- To come it’s easy just take a map of spain (north) find the N240 road from pampluna to huesca just go to lumbier folow Aoiz
- On this road folow Elkoaz during 20-25 km corossing different’s villages, you’ll meet rock’s tunnel
- 200 m after this tunnel start a concrete pist and the fisrt pannel uli-alto
- There is 13 km of pist with few cross, just folow the little pannels with goat drawing…
What´s “rock´s tunnel” and what the fuck is a pist? On looking at the French and English pages and running it through google translate, the best I can came up with is “piston”, which isn´t very helpful to me either.
A lift gives me a detailed map of the area which shows Uli Alto. I am delighted – it really does exist! – although the map shows no roads leading there, only the words “Uli Alto” floating in a midst of mountainous area. I become even more certain I can reach my destination tonight. My last lift takes me far past his own village and joins the hunt with me for a while, stopping twice to ask directions to this mysterious place. He takes me right to the start of the “pista”, which turns out to mean “track”.
I begin walking. According to the directions, Uli is 13km up the pista. Well, at least it´s a beautiful walk and if I get too tired or night comes I can just sleep in my tent by the track.
But no, luck is still with me. After walking a few km two girls come down the mountain in a landrover. They have been staying at Uli for two days and it has obviously had quite an effect on them. They think I´m crazy for trying to walk, especially when they feel the weight of my backpack as they load it into the boot, turn around and take me back up the mountain.
I arrive, a little embarrassed at being unexpected. I had tried emailing and calling both the number on the website and the number Matt gave me in Barcelona, but there was no reply. I needn´t have worried. Most of the others are guests also and say it was the same for them arriving. I arrived just in time to help finish preparing dinner. My first proper meal in two days!
Space for sleeping here is a problem, but if I´m only staying a few days I can sleep in Violetta´s van, which I will share with her dog. Good thing I still have allergy tablets! It´s a beautifully decorated little hippy van, which Violetta obviously lived in before the yurt she lives in now with her French partner Leo and their newborn baby. Most of the others sleep in vhicles, but there is also one other yurt and one fabulous newly built wooden house, lived in by a family who are part of, yet a little seperate from the rest of the community.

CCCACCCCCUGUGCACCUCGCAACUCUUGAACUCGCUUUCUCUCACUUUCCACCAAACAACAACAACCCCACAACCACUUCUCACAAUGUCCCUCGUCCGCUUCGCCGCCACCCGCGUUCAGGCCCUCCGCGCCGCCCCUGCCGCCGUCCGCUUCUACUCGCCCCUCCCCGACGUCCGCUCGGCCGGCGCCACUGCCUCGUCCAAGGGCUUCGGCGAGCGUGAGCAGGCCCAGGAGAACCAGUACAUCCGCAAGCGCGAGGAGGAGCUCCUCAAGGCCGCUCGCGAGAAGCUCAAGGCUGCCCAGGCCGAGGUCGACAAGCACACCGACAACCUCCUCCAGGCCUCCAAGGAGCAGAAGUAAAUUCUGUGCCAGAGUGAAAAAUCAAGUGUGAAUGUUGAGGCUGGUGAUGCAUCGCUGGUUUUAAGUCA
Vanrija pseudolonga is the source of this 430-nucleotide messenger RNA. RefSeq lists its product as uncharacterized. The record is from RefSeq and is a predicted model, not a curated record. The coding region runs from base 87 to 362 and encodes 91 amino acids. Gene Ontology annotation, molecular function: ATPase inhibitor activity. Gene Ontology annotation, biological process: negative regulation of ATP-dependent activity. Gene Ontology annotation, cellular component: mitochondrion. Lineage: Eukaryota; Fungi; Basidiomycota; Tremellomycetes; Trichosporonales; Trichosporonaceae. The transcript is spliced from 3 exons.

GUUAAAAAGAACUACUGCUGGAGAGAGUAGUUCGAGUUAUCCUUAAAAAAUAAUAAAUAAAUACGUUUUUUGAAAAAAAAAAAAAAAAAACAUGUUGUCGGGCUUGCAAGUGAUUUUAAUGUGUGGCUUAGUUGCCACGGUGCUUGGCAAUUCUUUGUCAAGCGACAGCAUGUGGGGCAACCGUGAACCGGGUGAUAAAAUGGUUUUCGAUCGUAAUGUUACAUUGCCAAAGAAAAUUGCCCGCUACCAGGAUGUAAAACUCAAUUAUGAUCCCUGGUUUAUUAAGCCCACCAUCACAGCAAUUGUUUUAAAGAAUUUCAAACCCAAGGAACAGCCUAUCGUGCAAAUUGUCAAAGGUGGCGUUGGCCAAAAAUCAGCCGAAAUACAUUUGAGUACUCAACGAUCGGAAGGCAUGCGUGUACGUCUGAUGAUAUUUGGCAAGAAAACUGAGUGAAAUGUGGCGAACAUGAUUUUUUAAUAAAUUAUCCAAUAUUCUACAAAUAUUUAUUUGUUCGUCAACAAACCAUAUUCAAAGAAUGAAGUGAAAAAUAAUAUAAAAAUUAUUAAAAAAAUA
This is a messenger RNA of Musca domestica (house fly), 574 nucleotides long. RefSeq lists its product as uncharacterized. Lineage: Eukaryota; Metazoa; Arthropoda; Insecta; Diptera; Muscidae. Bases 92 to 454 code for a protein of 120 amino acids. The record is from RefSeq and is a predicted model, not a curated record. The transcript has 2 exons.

There are six squatted villages in this valley and Uli is the newest. It has been occupied for a year and a half and so is still being established. I am quickly told “there is no organisation here”. There is one communal room and an outdoor kitchen with a roof, currently in the process of being enlarged for the fiesta Uli is having on the 24th-25th October. Most of the buildings are unfinished, except the church, which has recently been bought. The rest of the village belongs to the state. It´s unclear to me why somebody would want to buy a little church 800m up a mountain in a squatted village full of French hippys, but this seems not to bother my new friends.
Communication is difficult and it´s hard to get the details of a story. My Spanish is coming along well, but apart from Violetta and Anna, everyone is French and some speak only French. What I most want to know is the details of the two previous occupations of this village, but all I can gather is something about a crazy man putting garbage under the earth and some kind of problem with the water.
It´s a beautiful place and the people are friendly and hospitable. I have long rambling walks on the mountains and a lot of rest. I´m pretty exhausted and it´s bloody freezing up here. I can´t believe I spent that night under the tree in only a sleeping bag a few nights ago. Winter is coming quickly in this part of Spain.
Uli has a wbsite with pictures here: http://uli-alto.net